Friendster Is Reportedly Working on Relationship with Enterprises

 
 
By Lisa Vaas  |  Posted 2005-08-12 Email Print this article Print
 
 
 
 
 
 
 

Personal-relationship facilitator Friendster is reportedly preparing to get chummy with the business crowd by rolling out an enterprise version of its social media network.

Personal-relationship facilitator Friendster is reportedly preparing to get chummy with the business crowd by rolling out an enterprise version of its social media network. Dave Kochbeck, director of operations, reportedly discussed the move at a Novell/Horn group media roundtable earlier in the week, telling attendees that the network plans to make its platform available to other businesses. "It has to be about more than getting teenagers laid," he said, according to SiliconValleyWatcher. Friendster Inc., founded in 2002, boasts some 16 million members and bills itself as "the fastest way to discover the people and things that matter to you most."
But its reputation is for being the fastest way for teenagers to hook up. That demographic, however, is apparently not a big source of revenue. Analysts were unsurprised that the company would look to the enterprise, since making money outside of it has been tough.
"None of these guys seems to have gotten a lot of traction in terms of business models," said Marc Strohlein, vice president and lead analyst at Outsell. "It doesnt seem unreasonable theyd look around and say, Where is there some money to be made?" Part of the problem is social networkings annoying aspect. "The difficulty I have with a lot of those social networking applications is that … the social networks are about a purpose, that have a motivation beyond just the social networking application itself, are more useful," said Stephen OGrady, an analyst with RedMonk. When social networking is for a specific purpose, however, such as business networking or expertise sharing, analysts see more relevance, depending on specific industry use cases. Maybe. Depending on how its done.
"From my direct experience, theyre useful at one level and annoying at another," Strohlein said. "LinkedIn [Ltd.], for example, most people use it to get their resumes in front of somebody I might know. Its kind of opportunistic." Be that as it may, annoyed analysts arent stopping the venture capital from flowing, nor is it keeping companies from hopping on the bandwagon. Competitors offering similar technologies include Visible Path Corp. and Entopia Inc. During a one-week period in the fall, Lycos Inc. entered the social-networking fray with the launch of its Lycos Circles service, LinkedIn Ltd. nabbed $10 million in funding, and InterActiveCorps ZeroDegrees moved out of beta with a feature for search-engine optimization. A week before that, startup Leverage Software Inc. launched with software to help enterprises discover and analyze relationships for sales and marketing. Obviously, the field of social networking technologies is already crowded. Friendster will be up against players that have tied themselves in well to the enterprise by integrating with enterprise collaboration tools such as Microsoft Corp.s Outlook. For example, ZeroDegrees, which offers a hosted service where users can create their own business networks, scans a users Outlook account to make recommendations about which users should be added to the network. ZeroDegrees can import data from other e-mail clients as well. Two organizations are joining forces to offer a service that enables Internet users to establish identities and reputations, allowing others to decide whether they are the kind of people they want to get to know or do business with. Click here to read more. At a minimum, Friendster will likely have to figure out how to scrape useful information from e-mail, similar to ZeroDegrees. Beyond that, Strohlein said that a successful enterprise social networking tool should require minimum involvement on the users part. Finally, he said, for enterprise uptake to occur, such technologies have to be dropped into cultures that encourage teamwork and involvement. "Knowledge management didnt work because people dropped it into companies where information was siloed and hoarded," he said. Check out eWEEK.coms for more on IM and other collaboration technologies.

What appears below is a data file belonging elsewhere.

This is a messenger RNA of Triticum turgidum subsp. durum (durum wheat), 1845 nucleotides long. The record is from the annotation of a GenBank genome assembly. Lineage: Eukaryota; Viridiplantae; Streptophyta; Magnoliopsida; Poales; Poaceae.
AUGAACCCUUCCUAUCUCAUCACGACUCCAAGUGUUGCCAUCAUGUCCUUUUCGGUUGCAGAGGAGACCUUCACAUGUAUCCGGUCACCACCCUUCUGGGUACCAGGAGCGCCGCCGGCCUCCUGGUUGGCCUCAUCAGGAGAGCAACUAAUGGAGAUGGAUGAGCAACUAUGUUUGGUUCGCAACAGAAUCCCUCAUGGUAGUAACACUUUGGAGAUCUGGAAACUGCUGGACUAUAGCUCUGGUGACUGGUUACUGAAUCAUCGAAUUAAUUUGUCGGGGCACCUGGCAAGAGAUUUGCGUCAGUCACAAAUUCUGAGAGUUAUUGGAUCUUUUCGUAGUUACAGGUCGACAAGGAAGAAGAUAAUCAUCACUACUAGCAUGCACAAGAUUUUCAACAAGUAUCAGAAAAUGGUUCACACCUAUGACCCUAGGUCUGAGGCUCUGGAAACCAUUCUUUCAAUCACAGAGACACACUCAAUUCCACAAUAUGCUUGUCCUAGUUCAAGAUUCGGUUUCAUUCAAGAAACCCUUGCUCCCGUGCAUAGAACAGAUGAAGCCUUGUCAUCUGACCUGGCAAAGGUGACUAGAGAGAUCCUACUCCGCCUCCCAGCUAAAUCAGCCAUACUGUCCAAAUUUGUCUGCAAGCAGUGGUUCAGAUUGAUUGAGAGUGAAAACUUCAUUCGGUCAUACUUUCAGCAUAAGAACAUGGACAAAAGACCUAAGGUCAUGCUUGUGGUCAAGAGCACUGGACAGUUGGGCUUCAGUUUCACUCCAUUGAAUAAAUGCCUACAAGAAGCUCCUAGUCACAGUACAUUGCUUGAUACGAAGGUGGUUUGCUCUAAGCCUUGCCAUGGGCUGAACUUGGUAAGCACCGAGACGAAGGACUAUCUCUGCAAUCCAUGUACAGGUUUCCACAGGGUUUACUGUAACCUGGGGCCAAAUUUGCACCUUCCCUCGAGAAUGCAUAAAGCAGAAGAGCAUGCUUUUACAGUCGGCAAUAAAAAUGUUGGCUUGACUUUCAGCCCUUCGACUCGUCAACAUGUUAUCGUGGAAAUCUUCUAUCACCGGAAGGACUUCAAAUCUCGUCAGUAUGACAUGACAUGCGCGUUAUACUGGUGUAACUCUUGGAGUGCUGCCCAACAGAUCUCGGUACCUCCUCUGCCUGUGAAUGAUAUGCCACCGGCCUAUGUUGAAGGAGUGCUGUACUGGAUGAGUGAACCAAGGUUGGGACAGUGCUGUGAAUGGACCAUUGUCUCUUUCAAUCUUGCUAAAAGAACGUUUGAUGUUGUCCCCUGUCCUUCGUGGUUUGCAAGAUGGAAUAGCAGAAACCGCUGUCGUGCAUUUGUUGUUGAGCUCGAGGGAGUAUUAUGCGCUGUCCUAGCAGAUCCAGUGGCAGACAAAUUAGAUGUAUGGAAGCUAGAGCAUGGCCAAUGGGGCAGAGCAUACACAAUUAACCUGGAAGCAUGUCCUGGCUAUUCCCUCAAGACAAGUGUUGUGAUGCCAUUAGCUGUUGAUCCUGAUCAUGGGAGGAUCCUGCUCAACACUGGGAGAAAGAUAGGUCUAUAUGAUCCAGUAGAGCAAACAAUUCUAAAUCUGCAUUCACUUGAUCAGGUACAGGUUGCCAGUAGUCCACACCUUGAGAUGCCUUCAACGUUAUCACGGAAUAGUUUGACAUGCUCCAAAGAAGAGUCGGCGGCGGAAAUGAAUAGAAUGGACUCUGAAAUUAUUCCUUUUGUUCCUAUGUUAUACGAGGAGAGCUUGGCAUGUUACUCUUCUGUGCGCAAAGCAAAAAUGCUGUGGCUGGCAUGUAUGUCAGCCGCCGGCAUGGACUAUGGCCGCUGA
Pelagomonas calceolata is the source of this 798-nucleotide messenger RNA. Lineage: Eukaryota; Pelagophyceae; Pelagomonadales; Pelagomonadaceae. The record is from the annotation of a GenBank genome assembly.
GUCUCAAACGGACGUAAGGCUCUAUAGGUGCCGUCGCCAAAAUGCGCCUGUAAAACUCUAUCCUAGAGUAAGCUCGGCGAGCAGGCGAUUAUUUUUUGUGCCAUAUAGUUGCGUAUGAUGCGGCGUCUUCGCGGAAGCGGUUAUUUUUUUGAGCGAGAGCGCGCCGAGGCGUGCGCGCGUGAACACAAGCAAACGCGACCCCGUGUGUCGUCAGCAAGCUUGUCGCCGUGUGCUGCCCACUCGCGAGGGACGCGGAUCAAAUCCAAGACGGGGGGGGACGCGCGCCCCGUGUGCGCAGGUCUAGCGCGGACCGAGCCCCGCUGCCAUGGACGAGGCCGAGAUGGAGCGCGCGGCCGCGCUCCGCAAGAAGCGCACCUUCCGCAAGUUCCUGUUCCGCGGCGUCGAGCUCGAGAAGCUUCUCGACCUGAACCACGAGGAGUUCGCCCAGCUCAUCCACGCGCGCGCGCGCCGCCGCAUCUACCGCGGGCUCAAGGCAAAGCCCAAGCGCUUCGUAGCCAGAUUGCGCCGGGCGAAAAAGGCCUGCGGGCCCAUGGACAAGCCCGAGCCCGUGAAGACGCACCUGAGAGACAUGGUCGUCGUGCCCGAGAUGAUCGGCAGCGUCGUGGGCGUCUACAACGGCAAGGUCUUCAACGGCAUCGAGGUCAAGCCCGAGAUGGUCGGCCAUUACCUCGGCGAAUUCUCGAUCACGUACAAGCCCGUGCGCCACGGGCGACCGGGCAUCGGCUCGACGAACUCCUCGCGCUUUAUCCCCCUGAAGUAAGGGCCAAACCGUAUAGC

Lisa Vaas is News Editor/Operations for eWEEK.com and also serves as editor of the Database topic center. Since 1995, she has also been a Webcast news show anchorperson and a reporter covering the IT industry. She has focused on customer relationship management technology, IT salaries and careers, effects of the H1-B visa on the technology workforce, wireless technology, security, and, most recently, databases and the technologies that touch upon them. Her articles have appeared in eWEEK's print edition, on eWEEK.com, and in the startup IT magazine PC Connection. Prior to becoming a journalist, Vaas experienced an array of eye-opening careers, including driving a cab in Boston, photographing cranky babies in shopping malls, selling cameras, typography and computer training. She stopped a hair short of finishing an M.A. in English at the University of Massachusetts in Boston. She earned a B.S. in Communications from Emerson College. She runs two open-mic reading series in Boston and currently keeps bees in her home in Mashpee, Mass.
 
 
 
 
 
 
 

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